An unofficial blog that watches Google's attempts to move your operating system online since 2005. Not affiliated with Google.

Send your tips to

April 20, 2008

Recent Searches To Influence Google's Results

Danny Sullivan reported earlier this month that Google will start to personalize search results based on the previous query. "For example, if someone were to search for [spain] and then [travel] after that, BOTH the ads and the organic results will be altered to take the previous query into account. To some degree, it will be as if the second query was for [spain travel]." According to some code from Google's sites, Google will use not just the previous query, but a list of recent queries.

Until now, Google personalized the results based on the search history only for users that were logged in and enabled the Web History service. Google created a profile from your search history and used it to disambiguate your queries and slightly alter the rankings for pages that were likely to match your interests.

The new signal for personalizing results (recent searches) should work without having to log in and could influence the results in a different way. In many cases, people constantly refine their queries by adding or removing keywords, but Google and other search engines don't use all these refinements to improve the results in real time. By connecting the related searches from a session, Google will understand more from what you intend to find and should deliver better results.

While search history disambiguates general queries, the list of recent searches connects the failed attempts to find an answer for a complex query and creates a more detailed description of your intentions. Search history could be Google's long-term memory and the recent queries could build the working memory.

Google search patterns (from "Searching for the mind of the searcher" [PDF], by Daniel Russell)


  1. I have been seeing this kind of behavior for my account lately, and It's getting quite annoying; I'm a Linux user, therefore I search for specific info constantly, the kind you just want to view and then discard, and by logging my previous queries Google is adding noise to my searches.

    Privacy issues aside, I do believe there should be a way to manage which queries you want to add to your search history.

    Algorithms can only understand what I'm looking for to an extent, this is borderline intolerable.

  2. I agree with Anonymous: the lack of transparency is sure path to artificial stupidity. Maybe that's fine for the ads, but I'd rather have explicit control over the search process.

  3. @Daniel:
    It seems that Google will start to show what previous queries were used to personalize your results and will also add an option to see the standard (unpersonalized) results.

  4. I really wish Google would allow each user to download his complete web search history for personal use. I give this data to Google, shouldn't they allow us to get it back?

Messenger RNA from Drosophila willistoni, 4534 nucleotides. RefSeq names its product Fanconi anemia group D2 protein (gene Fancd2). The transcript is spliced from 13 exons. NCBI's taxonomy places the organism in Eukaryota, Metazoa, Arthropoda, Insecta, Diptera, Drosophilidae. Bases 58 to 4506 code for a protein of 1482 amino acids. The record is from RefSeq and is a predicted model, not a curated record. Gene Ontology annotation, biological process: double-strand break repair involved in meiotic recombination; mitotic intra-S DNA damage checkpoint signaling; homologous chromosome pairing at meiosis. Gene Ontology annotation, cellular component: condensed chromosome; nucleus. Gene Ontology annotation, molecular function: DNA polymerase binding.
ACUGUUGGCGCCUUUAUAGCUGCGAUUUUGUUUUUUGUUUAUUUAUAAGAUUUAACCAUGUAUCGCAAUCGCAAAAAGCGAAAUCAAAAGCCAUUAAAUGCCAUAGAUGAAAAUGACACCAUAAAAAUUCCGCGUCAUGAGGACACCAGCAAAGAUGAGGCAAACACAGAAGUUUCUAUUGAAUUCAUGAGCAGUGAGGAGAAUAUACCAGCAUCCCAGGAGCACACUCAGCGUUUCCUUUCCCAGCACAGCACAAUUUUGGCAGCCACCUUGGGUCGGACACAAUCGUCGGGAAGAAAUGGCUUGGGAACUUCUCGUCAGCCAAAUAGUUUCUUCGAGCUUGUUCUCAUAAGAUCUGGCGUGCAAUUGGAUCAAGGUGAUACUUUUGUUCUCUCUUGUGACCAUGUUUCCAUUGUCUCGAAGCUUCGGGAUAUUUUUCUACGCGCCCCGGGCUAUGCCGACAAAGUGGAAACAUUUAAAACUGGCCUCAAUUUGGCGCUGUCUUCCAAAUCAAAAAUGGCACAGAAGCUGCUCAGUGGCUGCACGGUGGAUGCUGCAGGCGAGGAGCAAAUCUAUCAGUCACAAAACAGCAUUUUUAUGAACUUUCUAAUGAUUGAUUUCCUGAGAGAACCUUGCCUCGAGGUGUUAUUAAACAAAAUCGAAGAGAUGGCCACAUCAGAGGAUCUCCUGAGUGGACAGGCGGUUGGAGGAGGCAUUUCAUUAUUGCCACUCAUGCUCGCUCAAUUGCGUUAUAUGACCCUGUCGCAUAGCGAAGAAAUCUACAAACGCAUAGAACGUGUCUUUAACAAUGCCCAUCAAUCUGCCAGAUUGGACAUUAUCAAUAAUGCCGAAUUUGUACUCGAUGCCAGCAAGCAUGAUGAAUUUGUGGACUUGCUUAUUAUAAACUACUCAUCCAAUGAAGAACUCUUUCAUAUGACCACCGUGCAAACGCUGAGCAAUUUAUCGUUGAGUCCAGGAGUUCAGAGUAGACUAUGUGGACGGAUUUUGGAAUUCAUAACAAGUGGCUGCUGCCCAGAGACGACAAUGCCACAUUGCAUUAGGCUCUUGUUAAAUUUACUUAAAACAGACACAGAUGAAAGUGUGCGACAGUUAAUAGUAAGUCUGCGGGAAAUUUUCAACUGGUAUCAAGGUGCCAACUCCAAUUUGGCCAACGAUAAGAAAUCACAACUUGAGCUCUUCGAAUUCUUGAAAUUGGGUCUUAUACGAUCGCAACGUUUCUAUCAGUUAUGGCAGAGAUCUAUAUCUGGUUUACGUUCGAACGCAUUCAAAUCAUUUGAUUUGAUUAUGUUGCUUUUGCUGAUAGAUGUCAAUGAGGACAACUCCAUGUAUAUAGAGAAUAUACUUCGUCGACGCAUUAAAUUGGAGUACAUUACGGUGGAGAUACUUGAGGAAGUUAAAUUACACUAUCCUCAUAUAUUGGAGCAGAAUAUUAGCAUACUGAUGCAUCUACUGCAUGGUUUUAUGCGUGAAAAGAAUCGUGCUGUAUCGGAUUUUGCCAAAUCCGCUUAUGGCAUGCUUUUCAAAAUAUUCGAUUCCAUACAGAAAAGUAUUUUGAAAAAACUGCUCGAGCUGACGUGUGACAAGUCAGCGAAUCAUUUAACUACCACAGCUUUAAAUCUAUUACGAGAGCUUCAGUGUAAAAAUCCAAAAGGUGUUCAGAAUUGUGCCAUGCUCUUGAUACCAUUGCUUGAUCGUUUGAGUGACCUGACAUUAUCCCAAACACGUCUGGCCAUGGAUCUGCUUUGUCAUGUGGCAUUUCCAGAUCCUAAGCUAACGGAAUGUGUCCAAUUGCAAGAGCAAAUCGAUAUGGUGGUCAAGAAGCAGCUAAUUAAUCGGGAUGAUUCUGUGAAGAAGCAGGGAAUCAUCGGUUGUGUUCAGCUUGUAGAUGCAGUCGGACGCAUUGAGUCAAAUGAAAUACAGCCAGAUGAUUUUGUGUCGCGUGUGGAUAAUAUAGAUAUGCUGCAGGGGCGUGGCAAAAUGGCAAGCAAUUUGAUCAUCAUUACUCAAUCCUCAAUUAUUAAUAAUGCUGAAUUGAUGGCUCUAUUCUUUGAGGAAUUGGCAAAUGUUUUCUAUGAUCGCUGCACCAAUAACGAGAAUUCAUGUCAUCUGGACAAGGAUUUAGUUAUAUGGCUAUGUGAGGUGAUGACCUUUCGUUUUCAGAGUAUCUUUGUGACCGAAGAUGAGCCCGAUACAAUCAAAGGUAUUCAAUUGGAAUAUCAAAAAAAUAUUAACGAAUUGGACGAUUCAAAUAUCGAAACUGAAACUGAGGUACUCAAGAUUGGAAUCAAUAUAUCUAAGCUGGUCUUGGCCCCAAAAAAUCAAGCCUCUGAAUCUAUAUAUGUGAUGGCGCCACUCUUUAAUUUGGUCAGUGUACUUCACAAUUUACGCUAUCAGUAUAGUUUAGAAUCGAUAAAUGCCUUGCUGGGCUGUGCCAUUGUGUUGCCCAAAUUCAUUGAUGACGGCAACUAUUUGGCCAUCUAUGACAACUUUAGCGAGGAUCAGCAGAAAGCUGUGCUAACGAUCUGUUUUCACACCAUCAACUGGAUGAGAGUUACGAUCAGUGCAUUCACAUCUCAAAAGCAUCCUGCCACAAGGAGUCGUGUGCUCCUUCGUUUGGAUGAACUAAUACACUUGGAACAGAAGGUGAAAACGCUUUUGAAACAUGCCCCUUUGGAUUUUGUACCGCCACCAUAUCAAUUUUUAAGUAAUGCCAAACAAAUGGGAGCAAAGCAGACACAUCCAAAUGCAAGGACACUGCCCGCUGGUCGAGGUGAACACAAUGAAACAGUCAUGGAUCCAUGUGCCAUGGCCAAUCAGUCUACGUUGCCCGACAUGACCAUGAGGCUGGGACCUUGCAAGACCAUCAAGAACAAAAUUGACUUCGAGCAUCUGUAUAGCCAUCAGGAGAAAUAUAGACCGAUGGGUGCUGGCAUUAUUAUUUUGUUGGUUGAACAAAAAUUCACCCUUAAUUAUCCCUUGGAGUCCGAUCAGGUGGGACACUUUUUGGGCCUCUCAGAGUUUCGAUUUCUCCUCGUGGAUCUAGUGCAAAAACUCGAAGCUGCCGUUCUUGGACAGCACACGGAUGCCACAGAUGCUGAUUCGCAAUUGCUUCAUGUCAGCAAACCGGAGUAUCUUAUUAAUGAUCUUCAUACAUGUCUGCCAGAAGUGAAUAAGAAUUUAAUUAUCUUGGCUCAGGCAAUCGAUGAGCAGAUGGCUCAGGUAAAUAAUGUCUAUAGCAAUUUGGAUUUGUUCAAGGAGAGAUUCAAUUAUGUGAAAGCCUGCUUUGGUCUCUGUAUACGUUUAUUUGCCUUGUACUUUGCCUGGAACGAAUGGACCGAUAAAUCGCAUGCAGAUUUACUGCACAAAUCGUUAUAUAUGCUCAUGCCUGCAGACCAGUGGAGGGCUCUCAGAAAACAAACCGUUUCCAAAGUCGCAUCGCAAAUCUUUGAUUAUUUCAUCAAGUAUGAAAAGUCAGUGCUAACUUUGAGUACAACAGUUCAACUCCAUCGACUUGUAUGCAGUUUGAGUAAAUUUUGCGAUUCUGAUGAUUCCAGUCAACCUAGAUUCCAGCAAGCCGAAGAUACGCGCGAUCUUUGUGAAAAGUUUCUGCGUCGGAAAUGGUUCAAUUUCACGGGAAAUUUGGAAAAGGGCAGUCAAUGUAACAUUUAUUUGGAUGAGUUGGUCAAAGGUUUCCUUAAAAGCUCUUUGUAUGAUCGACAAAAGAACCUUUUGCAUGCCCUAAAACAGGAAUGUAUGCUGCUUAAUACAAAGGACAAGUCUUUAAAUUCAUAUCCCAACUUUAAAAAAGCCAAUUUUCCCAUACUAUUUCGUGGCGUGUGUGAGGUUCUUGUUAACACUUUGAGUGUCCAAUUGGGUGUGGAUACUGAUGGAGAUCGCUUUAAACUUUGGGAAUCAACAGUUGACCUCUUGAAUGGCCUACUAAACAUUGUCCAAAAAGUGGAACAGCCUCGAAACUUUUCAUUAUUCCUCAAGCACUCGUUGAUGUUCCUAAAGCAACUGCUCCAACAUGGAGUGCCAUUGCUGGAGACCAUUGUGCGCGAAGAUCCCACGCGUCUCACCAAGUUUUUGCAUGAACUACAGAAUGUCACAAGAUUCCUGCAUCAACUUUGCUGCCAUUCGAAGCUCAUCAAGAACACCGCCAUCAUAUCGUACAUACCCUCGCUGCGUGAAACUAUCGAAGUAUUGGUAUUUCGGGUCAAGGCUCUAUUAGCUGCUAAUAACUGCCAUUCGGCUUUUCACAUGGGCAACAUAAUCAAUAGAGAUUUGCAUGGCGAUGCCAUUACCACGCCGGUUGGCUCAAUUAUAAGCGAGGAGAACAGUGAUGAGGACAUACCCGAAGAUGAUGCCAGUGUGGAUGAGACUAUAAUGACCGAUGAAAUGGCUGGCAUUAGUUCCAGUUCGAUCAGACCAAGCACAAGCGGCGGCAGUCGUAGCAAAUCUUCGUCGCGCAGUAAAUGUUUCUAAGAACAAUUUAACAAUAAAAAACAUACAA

This would perfectly fit in Google's "open data" philosophy and "don't be evil" motto.

  5. You can download your search (web) history as a RSS feed:

    (replace 100 with the number of items you want in the feed)

    To restrict the items to web searches and remove image searches, Google News or the web history, use:

  6. This is a great tip, thanks!

  7. Seems like a checkbox allowing you to turn on or off the use of previous searches would be a good middle ground option. Or maybe a way to remove searches from what it's looking at. I sometimes search for pretty obscure stuff and wouldn't want that to necessarily skew search results.

    As a user I think this could be a good thing though. Seems like anything that leads to better search results is good. Although there do seem to be some potentially bad privacy issues.

    As a web developer I don't know what to think yet. It seems like it's going to make it harder to get traffic for certain phrases, but will also allow sites that normally don't get the traffic to pick up some.

  8. I think this feature may benefit some, but it's sure to annoy plenty of others. It's great if they're going to have an option to turn it off, and hopefully it's easy to figure out how to do that.

  9. Indeed, one of the problems with this or any other black-box personalization approach is that searches are less portable. Of course I'd like better search results, but what I'd really like are predictable search results. This feature strikes me as marginally improving quality at the expense of predictability.

  10. Customize Google, a firefox extension, was recommended to me by a cyber security expert ( You can install it in firefox, then configure it so that google can't track you while you're using their standard apps (email, docs, calendar, reader, etc). It makes google transactions secure (https) EXCEPT search, of course, because google doesn't offer https for search. But, still, there is another additional option you can select to NOT send ANY information to google. Too bad that I went so long without using it. I wonder what sorts of information google has collected and stored about me. Bastards.

  11. The Algorithms if used to improve the searches will be a benefit and save time. I am tired of having to scour over useless website while trying to learn how to make money online.

  12. I really wish Google would allow each user to download his complete web search history for personal use. I give this data to Google, shouldn't they allow us to get it back?